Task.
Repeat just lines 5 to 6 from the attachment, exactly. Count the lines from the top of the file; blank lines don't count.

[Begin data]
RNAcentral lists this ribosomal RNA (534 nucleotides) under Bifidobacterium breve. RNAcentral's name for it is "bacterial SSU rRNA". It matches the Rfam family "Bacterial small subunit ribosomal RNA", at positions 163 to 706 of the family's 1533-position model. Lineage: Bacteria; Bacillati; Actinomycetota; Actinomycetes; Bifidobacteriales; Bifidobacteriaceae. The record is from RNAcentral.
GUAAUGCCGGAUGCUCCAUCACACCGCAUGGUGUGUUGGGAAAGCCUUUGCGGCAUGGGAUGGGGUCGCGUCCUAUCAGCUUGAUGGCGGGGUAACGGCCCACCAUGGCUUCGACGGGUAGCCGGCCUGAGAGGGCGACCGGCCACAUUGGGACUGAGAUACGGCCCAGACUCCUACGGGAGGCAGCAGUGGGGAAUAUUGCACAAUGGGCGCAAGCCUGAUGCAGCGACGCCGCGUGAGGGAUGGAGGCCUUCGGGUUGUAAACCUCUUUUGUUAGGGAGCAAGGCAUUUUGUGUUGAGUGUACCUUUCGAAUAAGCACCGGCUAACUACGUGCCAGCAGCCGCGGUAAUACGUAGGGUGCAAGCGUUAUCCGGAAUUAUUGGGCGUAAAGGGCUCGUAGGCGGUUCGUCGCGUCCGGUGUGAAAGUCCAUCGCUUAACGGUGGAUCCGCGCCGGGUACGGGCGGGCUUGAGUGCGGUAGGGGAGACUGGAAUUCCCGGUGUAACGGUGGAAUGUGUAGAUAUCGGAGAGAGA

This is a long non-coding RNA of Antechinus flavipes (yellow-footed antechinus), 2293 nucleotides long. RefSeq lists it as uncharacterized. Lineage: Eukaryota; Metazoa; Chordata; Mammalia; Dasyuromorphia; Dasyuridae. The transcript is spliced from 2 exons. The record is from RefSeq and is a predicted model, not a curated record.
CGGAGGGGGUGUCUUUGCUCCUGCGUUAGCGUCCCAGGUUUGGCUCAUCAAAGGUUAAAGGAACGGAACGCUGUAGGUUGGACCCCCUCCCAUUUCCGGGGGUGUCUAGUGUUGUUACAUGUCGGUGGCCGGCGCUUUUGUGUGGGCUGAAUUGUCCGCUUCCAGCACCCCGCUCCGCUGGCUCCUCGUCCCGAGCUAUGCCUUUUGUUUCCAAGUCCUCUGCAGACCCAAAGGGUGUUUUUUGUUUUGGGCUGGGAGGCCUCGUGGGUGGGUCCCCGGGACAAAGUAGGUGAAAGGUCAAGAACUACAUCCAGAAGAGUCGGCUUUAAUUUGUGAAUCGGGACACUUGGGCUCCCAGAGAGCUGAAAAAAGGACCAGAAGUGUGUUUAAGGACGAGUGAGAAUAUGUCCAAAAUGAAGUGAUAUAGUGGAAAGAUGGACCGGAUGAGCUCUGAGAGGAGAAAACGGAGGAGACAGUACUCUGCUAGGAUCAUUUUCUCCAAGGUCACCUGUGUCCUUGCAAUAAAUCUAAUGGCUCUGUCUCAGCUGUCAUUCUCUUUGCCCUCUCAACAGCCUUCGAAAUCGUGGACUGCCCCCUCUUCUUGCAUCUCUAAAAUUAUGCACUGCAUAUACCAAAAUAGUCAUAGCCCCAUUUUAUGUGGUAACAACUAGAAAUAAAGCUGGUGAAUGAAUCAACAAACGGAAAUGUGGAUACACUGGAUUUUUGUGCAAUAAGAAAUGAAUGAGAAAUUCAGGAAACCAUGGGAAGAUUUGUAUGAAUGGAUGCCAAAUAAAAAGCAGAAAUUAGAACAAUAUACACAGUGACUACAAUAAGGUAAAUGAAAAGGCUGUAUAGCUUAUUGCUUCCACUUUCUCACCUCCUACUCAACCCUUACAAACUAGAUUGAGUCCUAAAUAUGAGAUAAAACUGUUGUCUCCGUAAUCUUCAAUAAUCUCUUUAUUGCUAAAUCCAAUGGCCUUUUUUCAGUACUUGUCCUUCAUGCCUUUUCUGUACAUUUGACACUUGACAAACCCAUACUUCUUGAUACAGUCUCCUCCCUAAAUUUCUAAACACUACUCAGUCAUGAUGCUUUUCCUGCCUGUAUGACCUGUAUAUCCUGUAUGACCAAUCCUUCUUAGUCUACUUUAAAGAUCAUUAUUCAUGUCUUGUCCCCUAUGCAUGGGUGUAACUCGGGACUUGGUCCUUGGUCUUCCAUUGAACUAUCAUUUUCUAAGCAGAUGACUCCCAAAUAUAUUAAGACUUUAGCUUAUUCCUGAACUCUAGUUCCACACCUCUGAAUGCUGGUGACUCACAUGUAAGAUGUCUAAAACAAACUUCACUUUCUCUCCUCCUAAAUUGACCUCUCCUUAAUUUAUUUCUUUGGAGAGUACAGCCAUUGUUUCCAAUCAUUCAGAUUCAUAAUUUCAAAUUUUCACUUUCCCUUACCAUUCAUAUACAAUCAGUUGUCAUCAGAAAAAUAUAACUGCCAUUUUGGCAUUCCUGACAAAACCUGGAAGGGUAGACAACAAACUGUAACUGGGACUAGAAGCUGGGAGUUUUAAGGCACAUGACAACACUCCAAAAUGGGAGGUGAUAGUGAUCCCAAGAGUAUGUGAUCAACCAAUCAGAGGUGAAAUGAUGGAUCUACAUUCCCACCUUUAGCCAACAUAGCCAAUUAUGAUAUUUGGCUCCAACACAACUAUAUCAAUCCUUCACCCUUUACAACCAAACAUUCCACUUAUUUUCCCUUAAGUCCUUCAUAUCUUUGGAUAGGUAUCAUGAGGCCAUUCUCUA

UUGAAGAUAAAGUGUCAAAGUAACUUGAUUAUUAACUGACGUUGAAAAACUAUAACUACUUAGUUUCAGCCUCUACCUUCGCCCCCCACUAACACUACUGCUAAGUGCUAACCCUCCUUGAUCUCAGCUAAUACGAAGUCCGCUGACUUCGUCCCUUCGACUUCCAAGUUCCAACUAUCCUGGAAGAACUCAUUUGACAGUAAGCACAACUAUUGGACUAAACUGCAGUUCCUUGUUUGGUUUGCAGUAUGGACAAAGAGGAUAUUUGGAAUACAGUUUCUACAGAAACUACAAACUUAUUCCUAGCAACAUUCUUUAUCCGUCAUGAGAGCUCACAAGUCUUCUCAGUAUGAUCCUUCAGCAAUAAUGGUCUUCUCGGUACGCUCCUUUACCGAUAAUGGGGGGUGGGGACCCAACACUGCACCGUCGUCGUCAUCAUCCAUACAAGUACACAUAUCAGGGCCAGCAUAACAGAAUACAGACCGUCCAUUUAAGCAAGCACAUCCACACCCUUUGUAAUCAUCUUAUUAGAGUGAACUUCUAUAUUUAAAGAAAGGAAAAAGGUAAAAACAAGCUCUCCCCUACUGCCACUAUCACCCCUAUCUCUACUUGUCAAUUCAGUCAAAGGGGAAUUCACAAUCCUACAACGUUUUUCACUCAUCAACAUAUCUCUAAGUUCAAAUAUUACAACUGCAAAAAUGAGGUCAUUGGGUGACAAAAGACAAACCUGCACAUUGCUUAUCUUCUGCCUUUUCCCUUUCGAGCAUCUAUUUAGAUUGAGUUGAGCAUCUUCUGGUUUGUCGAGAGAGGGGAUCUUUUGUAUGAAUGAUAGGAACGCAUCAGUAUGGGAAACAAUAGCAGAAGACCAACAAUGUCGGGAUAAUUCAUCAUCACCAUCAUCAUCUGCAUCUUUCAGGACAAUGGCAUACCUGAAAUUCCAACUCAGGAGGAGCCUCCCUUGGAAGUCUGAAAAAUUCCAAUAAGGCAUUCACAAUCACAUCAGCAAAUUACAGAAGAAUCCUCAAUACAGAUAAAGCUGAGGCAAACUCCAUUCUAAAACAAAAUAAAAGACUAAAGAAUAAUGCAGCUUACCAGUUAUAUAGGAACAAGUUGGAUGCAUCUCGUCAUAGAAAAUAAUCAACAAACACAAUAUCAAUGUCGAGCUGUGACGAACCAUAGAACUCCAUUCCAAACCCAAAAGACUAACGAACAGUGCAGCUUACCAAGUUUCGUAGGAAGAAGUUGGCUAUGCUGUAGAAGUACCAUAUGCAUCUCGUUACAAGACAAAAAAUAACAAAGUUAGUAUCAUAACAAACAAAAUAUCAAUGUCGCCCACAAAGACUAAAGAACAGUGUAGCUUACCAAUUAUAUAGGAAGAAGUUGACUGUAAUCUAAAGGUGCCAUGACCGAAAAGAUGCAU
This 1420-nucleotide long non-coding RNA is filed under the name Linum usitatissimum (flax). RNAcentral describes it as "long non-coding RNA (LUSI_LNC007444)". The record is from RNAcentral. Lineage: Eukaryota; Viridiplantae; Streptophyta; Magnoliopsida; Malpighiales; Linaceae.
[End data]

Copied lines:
UUGAAGAUAAAGUGUCAAAGUAACUUGAUUAUUAACUGACGUUGAAAAACUAUAACUACUUAGUUUCAGCCUCUACCUUCGCCCCCCACUAACACUACUGCUAAGUGCUAACCCUCCUUGAUCUCAGCUAAUACGAAGUCCGCUGACUUCGUCCCUUCGACUUCCAAGUUCCAACUAUCCUGGAAGAACUCAUUUGACAGUAAGCACAACUAUUGGACUAAACUGCAGUUCCUUGUUUGGUUUGCAGUAUGGACAAAGAGGAUAUUUGGAAUACAGUUUCUACAGAAACUACAAACUUAUUCCUAGCAACAUUCUUUAUCCGUCAUGAGAGCUCACAAGUCUUCUCAGUAUGAUCCUUCAGCAAUAAUGGUCUUCUCGGUACGCUCCUUUACCGAUAAUGGGGGGUGGGGACCCAACACUGCACCGUCGUCGUCAUCAUCCAUACAAGUACACAUAUCAGGGCCAGCAUAACAGAAUACAGACCGUCCAUUUAAGCAAGCACAUCCACACCCUUUGUAAUCAUCUUAUUAGAGUGAACUUCUAUAUUUAAAGAAAGGAAAAAGGUAAAAACAAGCUCUCCCCUACUGCCACUAUCACCCCUAUCUCUACUUGUCAAUUCAGUCAAAGGGGAAUUCACAAUCCUACAACGUUUUUCACUCAUCAACAUAUCUCUAAGUUCAAAUAUUACAACUGCAAAAAUGAGGUCAUUGGGUGACAAAAGACAAACCUGCACAUUGCUUAUCUUCUGCCUUUUCCCUUUCGAGCAUCUAUUUAGAUUGAGUUGAGCAUCUUCUGGUUUGUCGAGAGAGGGGAUCUUUUGUAUGAAUGAUAGGAACGCAUCAGUAUGGGAAACAAUAGCAGAAGACCAACAAUGUCGGGAUAAUUCAUCAUCACCAUCAUCAUCUGCAUCUUUCAGGACAAUGGCAUACCUGAAAUUCCAACUCAGGAGGAGCCUCCCUUGGAAGUCUGAAAAAUUCCAAUAAGGCAUUCACAAUCACAUCAGCAAAUUACAGAAGAAUCCUCAAUACAGAUAAAGCUGAGGCAAACUCCAUUCUAAAACAAAAUAAAAGACUAAAGAAUAAUGCAGCUUACCAGUUAUAUAGGAACAAGUUGGAUGCAUCUCGUCAUAGAAAAUAAUCAACAAACACAAUAUCAAUGUCGAGCUGUGACGAACCAUAGAACUCCAUUCCAAACCCAAAAGACUAACGAACAGUGCAGCUUACCAAGUUUCGUAGGAAGAAGUUGGCUAUGCUGUAGAAGUACCAUAUGCAUCUCGUUACAAGACAAAAAAUAACAAAGUUAGUAUCAUAACAAACAAAAUAUCAAUGUCGCCCACAAAGACUAAAGAACAGUGUAGCUUACCAAUUAUAUAGGAAGAAGUUGACUGUAAUCUAAAGGUGCCAUGACCGAAAAGAUGCAU
This 1420-nucleotide long non-coding RNA is filed under the name Linum usitatissimum (flax). RNAcentral describes it as "long non-coding RNA (LUSI_LNC007444)". The record is from RNAcentral. Lineage: Eukaryota; Viridiplantae; Streptophyta; Magnoliopsida; Malpighiales; Linaceae.